Following the creation of a unitary state in 1972, Paul Biya became prime minister of Cameroon in June 1975. In 1979, a law designated the prime minister as the president’s constitutional successor.
The president that time (Ahidjo) unexpectedly announced his resignation in November 1982, and Biya succeeded him as president of Cameroon. Since then, he has remained president after winning several seven-year terms after forcing an obliging legislature to remove term limits for presidency. He is in his 42nd year as president.
One leader to rule them all
We can go on and on to analyse the causes of longevity in each of the cases of the long lasting heads of states/governments existing in the world today, but the conclusion would be somewhat similar.
Each has used their rise to power on shoulders of popularity and each had succeeded to manipulate both people and their constitution to have an iron grip over their rule.
Some may have begun their career through a military coup, and later legitimised their ascendancy to power through “managed” elections.
But others used their name and fame either as liberators of their countries or over-throwers of unpopular regimes to perpetuate their rules by manipulating the constitution.
A common theme running through these long-lasting regimes is emphasis on their need to lead their country in its fight against perceived “enemies” of the country, domestic and foreign. They also portray themselves as emancipators of their people from poverty, and as leaders of economic progress.
The parties they formed became their cheerleaders and poster bearers of these images. The leaders also ensured that their parliaments are packed with such loyal supporters.
Gradually, they also packed other institutions of the country with acolytes of the leader. When all institutions are populated by loyalists to the regime, common citizens have no recourse but to accept dispensations from the office holders of the regime, whether elected or unelected.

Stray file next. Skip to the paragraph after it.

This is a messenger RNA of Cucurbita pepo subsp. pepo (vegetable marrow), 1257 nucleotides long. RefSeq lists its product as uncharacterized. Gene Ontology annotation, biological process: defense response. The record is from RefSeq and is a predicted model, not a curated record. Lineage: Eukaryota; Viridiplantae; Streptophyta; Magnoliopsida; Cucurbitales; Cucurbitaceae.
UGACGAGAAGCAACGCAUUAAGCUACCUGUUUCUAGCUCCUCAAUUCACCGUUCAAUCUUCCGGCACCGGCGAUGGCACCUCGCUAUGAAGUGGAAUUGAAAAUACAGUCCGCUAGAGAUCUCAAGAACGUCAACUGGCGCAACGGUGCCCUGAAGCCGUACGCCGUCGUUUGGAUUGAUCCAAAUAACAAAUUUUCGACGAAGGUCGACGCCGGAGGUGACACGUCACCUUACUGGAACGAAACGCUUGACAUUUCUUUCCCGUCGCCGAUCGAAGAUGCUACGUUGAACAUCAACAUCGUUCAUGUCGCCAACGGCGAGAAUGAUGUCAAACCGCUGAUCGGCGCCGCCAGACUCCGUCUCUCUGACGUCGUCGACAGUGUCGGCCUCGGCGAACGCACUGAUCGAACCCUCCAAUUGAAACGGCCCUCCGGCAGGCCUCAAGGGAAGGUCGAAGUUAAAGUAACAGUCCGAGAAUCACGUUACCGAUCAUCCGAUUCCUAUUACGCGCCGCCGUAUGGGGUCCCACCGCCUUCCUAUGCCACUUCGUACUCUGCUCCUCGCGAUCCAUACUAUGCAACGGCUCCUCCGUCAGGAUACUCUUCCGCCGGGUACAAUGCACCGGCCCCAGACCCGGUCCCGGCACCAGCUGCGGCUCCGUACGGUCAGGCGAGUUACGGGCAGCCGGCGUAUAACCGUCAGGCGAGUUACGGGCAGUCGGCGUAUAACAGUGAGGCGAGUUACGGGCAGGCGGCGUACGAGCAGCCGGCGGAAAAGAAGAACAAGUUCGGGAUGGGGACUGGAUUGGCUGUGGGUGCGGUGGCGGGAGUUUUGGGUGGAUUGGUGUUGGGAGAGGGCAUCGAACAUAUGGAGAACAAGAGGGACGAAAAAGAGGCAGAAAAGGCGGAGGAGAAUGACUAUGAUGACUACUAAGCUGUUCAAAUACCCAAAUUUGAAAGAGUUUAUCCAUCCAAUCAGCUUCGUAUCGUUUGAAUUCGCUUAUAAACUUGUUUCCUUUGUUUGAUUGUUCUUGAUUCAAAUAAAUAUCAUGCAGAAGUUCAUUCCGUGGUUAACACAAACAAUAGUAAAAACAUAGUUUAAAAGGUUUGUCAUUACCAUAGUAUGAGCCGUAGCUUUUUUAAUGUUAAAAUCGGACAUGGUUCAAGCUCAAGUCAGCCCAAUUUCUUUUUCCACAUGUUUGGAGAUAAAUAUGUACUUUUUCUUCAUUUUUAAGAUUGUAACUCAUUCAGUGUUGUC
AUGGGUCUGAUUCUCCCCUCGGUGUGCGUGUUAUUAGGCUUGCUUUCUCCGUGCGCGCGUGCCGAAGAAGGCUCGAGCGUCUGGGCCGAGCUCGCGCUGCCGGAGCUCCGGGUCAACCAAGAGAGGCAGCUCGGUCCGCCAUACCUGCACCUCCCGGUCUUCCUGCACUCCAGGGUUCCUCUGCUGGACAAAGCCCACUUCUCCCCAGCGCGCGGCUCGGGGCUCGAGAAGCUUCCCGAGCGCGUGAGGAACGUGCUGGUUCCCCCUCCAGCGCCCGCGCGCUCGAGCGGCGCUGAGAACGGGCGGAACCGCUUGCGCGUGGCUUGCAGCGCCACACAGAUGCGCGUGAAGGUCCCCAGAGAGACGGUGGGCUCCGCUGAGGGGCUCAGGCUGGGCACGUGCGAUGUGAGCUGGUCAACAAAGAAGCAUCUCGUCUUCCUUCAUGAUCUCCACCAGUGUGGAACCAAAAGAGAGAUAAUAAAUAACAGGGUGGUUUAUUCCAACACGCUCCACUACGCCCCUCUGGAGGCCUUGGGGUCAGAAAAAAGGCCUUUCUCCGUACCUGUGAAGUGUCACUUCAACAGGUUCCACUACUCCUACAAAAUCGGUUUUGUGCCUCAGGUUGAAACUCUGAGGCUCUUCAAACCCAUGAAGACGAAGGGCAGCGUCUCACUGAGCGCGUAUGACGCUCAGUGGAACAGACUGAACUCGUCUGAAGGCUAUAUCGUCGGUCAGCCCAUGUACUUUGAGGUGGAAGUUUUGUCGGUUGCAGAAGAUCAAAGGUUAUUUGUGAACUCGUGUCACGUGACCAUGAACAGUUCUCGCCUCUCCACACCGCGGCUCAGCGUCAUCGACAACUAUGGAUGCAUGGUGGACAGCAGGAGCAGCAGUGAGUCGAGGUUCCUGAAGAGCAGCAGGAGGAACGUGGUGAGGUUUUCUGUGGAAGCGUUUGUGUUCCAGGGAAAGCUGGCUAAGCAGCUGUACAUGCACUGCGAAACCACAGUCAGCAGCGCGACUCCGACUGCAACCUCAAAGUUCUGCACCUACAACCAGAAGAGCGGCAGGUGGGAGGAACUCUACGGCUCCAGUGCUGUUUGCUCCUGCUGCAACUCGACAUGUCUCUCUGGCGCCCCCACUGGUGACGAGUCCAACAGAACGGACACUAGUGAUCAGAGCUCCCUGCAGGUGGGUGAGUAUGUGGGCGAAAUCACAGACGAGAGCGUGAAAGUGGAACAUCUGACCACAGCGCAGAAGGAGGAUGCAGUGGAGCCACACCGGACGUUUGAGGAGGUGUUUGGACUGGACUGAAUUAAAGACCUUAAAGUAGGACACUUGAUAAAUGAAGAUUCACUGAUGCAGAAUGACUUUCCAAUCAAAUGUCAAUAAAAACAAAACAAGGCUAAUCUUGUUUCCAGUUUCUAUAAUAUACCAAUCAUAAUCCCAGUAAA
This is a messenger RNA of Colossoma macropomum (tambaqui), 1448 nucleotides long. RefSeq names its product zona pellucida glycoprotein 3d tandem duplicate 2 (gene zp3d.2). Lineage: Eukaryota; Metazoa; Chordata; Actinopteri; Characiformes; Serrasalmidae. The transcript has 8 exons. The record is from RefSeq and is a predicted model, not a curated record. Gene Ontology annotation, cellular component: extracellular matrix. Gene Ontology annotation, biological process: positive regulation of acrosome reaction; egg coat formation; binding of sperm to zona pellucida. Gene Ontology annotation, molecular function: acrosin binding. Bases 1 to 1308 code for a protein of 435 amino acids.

Elections in these regimes become farcical, as a system corrupted by greed and power only lead to further perpetuation of the regime, because the elections are not free and unfettered.
Using democracy to absolute power is not an unknown phenomenon. History is replete with such examples. What is often forgotten, however, is that a leader’s personal desire to hold a permanent grip on power also leads to undesirable or unforeseen consequences.
History is full of such sad consequences. The Paul Biyas or Mugabes of the world may have longevities even they may not have thought of, the likes of them came to horrific ends in their own continent. Democracy may be abused for a short period, but a people cannot be abused ad infinitum.
In our country, we restored democracy after two decades of struggle. We have had five elections since 1990, a few of which, notably the last, could have been managed in a more transparent manner.
But at least we are not abrogating people’s right to choose. We still have officially a multi-party system, and we have hopes that the system will be allowed to operate in an unfettered manner in the next election.
What we do not know however is the extent to which opponents will be allowed to exercise their right to mobilise people to their cause.
What we do not know is the extent of freedom our institutions such as election commission, police force, and bureaucracy will have to operate and exercise their roles in the elections.
In a true democracy, these institutions operate as politically neutral entities. They serve people, and not a political leader or party.
There is a hairline difference between the quasi-democracies of the world and other true democracies. This difference comes from the will and desire of the leaders who lead their countries.
A democracy can be bent only if the leaders are bent. We hope we can avoid this.
Ziauddin Choudhury has worked in the higher civil service of Bangladesh early in his career, and later for the World Bank in the US.